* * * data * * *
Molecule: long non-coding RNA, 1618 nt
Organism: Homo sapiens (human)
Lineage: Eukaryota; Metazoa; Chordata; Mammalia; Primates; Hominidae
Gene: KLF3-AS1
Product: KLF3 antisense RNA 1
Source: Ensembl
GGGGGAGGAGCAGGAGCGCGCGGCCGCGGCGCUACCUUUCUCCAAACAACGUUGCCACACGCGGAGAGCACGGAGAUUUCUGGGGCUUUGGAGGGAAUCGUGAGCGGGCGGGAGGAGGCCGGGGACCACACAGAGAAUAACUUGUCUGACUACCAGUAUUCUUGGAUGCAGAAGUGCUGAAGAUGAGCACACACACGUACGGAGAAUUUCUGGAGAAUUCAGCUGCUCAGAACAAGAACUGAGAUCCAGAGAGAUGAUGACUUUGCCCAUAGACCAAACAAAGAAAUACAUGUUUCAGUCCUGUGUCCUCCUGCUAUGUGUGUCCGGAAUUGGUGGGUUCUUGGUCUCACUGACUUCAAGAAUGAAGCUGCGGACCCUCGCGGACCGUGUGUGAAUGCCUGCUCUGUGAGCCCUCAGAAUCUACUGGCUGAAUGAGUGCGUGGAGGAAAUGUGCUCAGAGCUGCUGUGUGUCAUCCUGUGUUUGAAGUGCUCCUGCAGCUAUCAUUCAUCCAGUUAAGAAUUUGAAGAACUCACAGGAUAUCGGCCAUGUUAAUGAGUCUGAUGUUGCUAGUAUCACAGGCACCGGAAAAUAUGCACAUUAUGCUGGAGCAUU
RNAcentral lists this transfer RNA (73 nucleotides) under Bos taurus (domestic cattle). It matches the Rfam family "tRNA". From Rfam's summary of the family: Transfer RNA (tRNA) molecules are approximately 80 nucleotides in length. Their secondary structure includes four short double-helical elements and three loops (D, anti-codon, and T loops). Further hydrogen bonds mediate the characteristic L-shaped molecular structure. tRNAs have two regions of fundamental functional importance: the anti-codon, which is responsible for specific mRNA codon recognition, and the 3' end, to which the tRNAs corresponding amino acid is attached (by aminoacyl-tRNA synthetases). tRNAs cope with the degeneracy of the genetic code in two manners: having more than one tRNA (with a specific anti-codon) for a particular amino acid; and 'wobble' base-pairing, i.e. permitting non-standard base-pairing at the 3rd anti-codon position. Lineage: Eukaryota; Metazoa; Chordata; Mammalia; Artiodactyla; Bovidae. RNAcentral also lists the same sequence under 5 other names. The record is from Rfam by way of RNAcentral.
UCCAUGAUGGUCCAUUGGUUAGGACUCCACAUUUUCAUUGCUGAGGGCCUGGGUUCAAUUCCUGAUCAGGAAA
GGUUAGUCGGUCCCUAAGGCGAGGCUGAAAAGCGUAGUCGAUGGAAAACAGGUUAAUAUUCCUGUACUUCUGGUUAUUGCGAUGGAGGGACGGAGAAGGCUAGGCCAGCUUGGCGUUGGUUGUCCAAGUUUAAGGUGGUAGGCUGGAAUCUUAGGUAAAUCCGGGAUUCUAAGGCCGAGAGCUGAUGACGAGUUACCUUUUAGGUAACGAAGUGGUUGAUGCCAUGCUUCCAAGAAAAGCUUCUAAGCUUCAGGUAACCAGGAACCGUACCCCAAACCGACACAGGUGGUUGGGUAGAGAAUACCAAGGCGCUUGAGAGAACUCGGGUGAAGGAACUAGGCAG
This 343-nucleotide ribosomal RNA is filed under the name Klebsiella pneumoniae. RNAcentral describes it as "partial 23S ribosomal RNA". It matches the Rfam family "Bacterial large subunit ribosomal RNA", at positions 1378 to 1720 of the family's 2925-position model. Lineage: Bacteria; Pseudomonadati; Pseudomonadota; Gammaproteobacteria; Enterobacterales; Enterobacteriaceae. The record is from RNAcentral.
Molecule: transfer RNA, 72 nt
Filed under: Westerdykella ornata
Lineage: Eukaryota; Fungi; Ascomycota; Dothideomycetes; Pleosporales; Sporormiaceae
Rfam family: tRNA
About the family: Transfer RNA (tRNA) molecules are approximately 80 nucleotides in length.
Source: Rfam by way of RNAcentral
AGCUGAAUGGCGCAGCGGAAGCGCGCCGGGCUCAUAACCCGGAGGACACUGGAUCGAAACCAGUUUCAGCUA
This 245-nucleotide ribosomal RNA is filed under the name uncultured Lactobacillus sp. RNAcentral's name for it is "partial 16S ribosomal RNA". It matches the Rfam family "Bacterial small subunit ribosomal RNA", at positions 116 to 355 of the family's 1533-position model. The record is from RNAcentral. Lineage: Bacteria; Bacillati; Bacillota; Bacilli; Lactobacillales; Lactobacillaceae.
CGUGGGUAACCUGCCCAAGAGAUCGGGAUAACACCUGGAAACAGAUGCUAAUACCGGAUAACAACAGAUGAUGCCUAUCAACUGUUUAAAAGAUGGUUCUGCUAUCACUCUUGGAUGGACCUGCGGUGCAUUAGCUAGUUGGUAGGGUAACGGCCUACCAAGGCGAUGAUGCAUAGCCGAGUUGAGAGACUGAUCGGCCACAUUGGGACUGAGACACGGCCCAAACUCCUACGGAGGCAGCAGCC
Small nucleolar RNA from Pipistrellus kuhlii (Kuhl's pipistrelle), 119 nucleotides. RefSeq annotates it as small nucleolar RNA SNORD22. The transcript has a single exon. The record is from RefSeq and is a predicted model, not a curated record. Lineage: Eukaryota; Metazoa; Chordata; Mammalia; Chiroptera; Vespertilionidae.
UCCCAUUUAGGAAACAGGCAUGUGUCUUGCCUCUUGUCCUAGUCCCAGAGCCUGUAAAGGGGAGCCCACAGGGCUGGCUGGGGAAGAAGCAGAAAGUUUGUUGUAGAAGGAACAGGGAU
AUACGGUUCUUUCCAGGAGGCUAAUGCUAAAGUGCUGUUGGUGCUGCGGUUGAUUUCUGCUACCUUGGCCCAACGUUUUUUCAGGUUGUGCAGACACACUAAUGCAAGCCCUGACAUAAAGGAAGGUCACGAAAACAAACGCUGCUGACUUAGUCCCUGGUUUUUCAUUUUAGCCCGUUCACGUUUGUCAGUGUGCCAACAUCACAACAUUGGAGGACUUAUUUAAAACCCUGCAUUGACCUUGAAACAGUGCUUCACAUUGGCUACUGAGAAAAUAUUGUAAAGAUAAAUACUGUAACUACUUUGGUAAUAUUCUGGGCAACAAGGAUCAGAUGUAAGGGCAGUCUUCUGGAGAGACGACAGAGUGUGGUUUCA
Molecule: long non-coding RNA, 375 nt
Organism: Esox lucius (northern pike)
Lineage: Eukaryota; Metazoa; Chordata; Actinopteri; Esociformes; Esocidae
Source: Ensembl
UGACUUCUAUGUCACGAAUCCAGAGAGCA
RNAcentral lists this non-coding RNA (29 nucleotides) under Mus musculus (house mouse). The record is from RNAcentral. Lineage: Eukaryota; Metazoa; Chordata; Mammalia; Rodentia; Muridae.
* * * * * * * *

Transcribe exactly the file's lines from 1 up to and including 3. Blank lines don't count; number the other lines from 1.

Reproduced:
Molecule: long non-coding RNA, 1618 nt
Organism: Homo sapiens (human)
Lineage: Eukaryota; Metazoa; Chordata; Mammalia; Primates; Hominidae